Children’s Health Program Funding Set To Expire Sept. 30


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The Balanced Budget Act of 1997 created the Children’s Health Insurance Program (CHIP) to cover uninsured, low-income children who are not eligible for Medicaid. All states, including Kansas, have expanded children’s coverage through the program. Congress last reauthorized CHIP in 2015, but funding was approved only through September 30, 2017.

Last week, Senate Finance Committee leadership announced a bipartisan plan to extend CHIP for five more years. However, if the reauthorization deal falters in either the Senate or the House, CHIP funding could still expire.

The Kansas Health Institute has published an issue brief that examines how Kansans could be impacted by federal decisions regarding CHIP.

  • Unless Congress acts soon, authorization for federal funding for the Children’s Health Insurance Program will end on September 30, 2017, impacting approximately 38,000 low-income children in Kansas.
  • If funding is not reauthorized, states with separate CHIP programs, such as Kansas, could choose to wait before terminating their programs, or they could plan to transition children to other coverage options.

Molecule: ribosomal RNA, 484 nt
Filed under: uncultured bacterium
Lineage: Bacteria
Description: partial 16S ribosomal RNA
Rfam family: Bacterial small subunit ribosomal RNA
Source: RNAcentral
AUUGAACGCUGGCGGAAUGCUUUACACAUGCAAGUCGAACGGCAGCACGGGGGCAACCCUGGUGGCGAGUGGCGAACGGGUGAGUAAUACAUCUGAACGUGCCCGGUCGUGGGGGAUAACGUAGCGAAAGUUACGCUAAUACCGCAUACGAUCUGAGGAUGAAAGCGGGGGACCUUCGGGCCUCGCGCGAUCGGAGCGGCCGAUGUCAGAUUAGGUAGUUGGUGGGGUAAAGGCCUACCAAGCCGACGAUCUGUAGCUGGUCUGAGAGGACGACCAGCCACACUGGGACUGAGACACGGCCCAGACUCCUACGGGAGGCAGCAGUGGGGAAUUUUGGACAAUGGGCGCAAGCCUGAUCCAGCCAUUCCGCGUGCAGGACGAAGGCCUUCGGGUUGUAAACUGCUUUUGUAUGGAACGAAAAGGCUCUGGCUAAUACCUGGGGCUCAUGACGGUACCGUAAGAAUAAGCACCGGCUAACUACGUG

• If CHIP is not reauthorized, states can spend carryover and redistributed funds in federal fiscal year 2018. Kansas’ federal funds likely
    would be exhausted by the end of March 2018.
  • The Senate proposal to extend CHIP five years would preserve an additional 23 percent in federal match rate for CHIP through 2019.
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Derek Nester
Derek Nester
Derek Nester was born and raised in Blue Rapids and graduated from Valley Heights High School in 2000. He attended Cowley College in Arkansas City and Johnson County Community College in Overland Park studying Journalism & Media Communications. In 2002 Derek joined Taylor Communications, Inc. in Salina, Kansas working in digital media for 550 AM KFRM and 100.9 FM KCLY. Following that stop, he joined Dierking Communications, Inc. stations KNDY AM & FM as a board operator and fill-in sports play-by-play announcer. Starting in 2005 Derek joined the Kansas City Chiefs Radio Network as a Studio Coordinator at 101 The Fox in Kansas City, a role he would serve for 15 years culminating in the Super Bowl LIV Championship game broadcast. In 2021 he moved to Audacy, formerly known as Entercom Communications, Inc. and 106.5 The Wolf and 610 Sports Radio, the new flagship stations of the Kansas City Chiefs Radio Network, the largest radio network in the NFL. Through all of this, Derek continues to serve as the Digital Media Director for Sunflower State Radio, the digital and social media operations of Dierking Communications, Inc. and the 6 radio stations it owns and operates across Kansas.

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